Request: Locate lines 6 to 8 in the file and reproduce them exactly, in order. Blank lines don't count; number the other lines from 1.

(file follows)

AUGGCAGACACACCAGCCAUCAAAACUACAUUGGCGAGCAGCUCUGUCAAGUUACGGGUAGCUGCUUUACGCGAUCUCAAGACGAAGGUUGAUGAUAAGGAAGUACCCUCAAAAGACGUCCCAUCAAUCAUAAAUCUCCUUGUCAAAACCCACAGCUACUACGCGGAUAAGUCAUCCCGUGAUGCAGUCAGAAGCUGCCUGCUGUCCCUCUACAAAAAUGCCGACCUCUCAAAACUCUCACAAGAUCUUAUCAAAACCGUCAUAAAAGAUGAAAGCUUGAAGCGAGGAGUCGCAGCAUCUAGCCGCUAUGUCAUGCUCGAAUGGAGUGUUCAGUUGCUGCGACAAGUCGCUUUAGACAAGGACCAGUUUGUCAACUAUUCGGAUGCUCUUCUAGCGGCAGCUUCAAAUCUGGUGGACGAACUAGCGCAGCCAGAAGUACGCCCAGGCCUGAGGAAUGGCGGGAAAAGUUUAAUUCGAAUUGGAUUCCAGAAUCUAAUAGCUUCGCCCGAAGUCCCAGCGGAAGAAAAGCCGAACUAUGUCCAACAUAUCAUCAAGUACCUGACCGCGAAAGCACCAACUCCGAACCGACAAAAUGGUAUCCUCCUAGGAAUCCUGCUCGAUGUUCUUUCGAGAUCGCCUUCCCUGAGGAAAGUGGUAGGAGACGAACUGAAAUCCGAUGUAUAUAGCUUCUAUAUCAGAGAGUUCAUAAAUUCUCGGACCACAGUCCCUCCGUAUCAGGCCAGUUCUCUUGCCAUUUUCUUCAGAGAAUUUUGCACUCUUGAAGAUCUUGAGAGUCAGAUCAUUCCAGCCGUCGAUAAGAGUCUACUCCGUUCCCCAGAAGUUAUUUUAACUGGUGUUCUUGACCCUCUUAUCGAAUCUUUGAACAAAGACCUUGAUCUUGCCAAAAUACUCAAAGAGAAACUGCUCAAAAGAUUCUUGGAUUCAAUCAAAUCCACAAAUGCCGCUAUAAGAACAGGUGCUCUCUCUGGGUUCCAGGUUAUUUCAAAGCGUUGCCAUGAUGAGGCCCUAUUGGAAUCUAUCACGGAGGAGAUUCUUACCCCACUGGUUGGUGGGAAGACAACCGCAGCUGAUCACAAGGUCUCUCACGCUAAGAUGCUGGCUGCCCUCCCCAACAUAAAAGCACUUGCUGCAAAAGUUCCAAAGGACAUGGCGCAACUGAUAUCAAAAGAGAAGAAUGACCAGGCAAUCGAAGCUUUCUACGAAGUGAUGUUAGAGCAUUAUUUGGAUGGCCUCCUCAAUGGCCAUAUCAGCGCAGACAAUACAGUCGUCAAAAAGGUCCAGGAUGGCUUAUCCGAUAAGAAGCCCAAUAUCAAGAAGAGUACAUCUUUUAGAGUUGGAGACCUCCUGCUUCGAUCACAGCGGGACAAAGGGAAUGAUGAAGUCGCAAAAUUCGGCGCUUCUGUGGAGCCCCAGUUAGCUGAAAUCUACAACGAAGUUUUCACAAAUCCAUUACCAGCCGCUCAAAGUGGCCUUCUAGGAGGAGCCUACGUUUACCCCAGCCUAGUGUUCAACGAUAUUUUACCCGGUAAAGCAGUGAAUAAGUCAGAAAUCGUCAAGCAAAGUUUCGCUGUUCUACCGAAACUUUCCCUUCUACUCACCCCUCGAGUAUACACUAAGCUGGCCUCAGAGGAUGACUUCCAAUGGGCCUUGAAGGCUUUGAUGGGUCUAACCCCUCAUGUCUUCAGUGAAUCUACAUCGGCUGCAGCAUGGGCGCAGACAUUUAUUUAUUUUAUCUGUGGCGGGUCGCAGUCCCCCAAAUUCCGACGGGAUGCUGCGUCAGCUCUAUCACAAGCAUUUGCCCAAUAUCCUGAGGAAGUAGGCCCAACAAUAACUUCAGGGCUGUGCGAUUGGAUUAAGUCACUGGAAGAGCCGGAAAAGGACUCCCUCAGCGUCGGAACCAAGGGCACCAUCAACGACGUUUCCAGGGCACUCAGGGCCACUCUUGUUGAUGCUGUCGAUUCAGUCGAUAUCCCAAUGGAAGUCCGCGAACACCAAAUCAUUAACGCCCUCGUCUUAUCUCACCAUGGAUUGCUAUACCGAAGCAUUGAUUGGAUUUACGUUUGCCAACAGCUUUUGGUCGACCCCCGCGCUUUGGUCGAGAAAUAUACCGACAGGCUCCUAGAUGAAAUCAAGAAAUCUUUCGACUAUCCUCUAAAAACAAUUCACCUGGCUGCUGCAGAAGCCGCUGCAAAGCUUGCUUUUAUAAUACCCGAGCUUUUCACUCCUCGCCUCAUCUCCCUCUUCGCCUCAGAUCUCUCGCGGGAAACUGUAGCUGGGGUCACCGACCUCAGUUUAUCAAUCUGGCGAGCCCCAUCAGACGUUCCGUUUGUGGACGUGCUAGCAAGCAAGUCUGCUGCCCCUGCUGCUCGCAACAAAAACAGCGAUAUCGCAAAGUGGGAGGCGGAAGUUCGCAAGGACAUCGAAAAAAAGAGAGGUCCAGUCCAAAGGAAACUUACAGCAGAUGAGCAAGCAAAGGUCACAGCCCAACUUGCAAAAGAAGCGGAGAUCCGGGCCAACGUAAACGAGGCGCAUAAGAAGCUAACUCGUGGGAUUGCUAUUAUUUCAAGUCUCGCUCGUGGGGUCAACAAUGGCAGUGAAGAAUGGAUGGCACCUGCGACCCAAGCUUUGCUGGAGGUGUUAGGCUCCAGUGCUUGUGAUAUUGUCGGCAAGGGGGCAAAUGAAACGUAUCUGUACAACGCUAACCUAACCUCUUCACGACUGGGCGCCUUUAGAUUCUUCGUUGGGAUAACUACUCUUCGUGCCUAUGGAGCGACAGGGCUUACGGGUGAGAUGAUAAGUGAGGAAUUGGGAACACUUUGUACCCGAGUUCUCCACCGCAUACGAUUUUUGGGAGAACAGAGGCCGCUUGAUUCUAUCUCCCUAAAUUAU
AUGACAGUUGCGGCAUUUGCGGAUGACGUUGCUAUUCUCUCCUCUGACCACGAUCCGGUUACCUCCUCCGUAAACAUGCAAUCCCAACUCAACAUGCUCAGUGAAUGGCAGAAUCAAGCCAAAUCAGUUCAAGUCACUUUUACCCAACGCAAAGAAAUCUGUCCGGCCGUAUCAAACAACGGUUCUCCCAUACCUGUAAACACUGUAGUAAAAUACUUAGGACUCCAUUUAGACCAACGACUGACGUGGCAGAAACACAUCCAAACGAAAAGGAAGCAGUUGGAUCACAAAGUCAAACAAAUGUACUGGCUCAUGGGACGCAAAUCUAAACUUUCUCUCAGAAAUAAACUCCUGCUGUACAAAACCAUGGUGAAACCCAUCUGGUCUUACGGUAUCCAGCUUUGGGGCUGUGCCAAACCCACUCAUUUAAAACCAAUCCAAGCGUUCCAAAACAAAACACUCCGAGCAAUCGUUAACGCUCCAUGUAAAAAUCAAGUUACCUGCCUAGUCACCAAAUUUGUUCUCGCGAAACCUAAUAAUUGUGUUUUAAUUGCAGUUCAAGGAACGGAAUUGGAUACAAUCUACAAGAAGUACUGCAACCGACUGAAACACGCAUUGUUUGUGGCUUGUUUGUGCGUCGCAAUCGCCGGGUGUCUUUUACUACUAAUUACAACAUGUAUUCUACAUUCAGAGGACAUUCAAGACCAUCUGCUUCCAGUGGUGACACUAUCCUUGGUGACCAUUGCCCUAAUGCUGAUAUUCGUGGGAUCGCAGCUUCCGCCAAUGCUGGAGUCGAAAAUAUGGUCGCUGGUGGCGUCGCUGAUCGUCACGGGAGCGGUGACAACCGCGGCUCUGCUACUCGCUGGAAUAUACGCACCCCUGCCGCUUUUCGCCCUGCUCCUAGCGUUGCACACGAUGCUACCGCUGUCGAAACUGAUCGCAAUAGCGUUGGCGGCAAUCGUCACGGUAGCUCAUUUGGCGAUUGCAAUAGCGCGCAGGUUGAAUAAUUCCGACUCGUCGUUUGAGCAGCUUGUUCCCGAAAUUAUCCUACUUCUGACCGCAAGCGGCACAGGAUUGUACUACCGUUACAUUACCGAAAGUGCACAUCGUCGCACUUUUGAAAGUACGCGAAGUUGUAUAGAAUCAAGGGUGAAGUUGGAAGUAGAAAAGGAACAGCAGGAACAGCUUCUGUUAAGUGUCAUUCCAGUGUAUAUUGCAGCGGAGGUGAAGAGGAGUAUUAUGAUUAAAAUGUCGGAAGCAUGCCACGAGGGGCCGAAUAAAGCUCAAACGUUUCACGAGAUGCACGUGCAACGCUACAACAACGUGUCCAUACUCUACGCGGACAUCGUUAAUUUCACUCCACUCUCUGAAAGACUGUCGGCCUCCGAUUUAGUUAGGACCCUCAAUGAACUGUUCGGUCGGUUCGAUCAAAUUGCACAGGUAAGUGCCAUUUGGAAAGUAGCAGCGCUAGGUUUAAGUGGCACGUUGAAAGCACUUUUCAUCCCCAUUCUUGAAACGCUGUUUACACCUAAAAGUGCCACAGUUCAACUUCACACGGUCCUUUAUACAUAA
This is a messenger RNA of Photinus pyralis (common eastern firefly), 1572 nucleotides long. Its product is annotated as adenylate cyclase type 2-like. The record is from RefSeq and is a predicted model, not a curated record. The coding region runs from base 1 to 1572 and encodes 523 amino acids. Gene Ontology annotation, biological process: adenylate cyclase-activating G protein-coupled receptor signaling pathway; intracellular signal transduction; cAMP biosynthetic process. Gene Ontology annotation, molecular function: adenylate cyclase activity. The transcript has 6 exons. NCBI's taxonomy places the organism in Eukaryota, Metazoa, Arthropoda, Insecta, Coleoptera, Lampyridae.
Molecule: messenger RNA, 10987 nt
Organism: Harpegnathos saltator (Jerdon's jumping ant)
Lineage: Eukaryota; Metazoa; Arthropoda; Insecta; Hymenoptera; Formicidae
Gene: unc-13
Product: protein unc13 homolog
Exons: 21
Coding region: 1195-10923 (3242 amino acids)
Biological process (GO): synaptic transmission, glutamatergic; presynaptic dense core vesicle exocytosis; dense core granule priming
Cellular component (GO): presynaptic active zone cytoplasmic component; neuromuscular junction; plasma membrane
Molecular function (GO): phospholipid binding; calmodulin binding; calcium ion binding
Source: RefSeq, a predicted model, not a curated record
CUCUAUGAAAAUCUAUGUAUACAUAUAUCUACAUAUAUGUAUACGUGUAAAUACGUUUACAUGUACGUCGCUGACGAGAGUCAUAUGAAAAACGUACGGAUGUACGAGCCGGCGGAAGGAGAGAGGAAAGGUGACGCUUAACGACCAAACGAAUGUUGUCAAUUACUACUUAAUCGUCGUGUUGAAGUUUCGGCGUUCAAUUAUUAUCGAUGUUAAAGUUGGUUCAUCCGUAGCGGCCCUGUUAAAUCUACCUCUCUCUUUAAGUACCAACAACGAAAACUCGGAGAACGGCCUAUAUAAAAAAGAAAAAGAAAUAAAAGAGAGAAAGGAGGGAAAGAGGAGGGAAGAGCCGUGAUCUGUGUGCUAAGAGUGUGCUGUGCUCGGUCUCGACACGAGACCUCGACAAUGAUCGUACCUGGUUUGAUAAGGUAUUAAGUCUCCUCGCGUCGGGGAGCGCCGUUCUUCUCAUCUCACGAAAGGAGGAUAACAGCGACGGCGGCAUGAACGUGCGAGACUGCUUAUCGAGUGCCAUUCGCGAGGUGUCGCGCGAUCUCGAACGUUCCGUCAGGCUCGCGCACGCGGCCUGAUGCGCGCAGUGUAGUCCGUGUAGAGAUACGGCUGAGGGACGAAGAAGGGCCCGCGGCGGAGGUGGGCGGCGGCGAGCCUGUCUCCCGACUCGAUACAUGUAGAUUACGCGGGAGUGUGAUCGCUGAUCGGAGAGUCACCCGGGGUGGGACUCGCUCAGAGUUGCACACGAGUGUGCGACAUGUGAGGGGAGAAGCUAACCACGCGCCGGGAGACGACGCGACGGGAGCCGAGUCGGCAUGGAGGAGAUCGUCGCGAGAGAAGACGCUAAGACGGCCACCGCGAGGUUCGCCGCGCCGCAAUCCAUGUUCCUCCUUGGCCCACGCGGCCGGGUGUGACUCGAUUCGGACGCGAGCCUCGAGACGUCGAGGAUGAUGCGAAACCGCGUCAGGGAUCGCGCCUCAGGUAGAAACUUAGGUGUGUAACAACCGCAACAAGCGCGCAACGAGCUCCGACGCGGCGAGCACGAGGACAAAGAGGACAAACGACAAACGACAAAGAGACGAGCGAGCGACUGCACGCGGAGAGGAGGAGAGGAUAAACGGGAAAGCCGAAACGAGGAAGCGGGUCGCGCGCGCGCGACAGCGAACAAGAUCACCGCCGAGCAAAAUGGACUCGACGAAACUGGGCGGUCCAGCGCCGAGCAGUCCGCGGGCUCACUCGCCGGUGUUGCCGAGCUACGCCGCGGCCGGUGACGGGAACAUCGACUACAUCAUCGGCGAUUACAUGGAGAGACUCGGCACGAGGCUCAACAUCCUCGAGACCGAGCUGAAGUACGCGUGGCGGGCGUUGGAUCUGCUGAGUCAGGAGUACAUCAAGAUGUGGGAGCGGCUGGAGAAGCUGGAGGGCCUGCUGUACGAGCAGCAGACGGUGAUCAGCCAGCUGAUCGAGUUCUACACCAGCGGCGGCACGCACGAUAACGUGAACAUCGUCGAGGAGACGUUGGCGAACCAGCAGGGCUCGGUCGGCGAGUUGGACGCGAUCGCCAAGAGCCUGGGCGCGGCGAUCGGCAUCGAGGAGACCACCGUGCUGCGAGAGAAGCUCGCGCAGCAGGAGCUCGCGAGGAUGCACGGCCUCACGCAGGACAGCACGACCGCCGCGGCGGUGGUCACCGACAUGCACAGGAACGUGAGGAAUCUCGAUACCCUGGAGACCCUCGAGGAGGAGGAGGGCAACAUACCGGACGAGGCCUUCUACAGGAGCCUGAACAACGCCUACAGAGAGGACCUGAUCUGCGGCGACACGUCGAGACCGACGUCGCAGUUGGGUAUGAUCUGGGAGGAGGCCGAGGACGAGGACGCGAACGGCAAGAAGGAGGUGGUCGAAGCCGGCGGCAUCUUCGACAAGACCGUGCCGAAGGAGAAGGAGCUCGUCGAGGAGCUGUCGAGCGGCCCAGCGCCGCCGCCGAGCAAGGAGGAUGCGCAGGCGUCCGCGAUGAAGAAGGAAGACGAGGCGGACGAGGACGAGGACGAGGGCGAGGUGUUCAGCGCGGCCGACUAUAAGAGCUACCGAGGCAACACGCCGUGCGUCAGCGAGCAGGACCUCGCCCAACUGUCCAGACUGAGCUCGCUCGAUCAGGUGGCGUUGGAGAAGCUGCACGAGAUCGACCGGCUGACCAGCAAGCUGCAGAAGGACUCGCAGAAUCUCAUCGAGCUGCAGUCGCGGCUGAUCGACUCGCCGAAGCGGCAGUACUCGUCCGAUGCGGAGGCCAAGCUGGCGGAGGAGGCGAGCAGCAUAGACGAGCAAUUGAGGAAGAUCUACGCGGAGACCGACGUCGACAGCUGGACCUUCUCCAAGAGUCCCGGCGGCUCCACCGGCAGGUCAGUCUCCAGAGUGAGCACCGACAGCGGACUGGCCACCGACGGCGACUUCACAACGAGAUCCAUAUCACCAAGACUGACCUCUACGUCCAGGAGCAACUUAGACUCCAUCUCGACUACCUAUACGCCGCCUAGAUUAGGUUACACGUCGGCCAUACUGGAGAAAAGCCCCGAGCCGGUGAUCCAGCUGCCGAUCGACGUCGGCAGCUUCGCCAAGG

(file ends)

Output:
Lineage: Eukaryota; Metazoa; Arthropoda; Insecta; Hymenoptera; Formicidae
Gene: unc-13
Product: protein unc13 homolog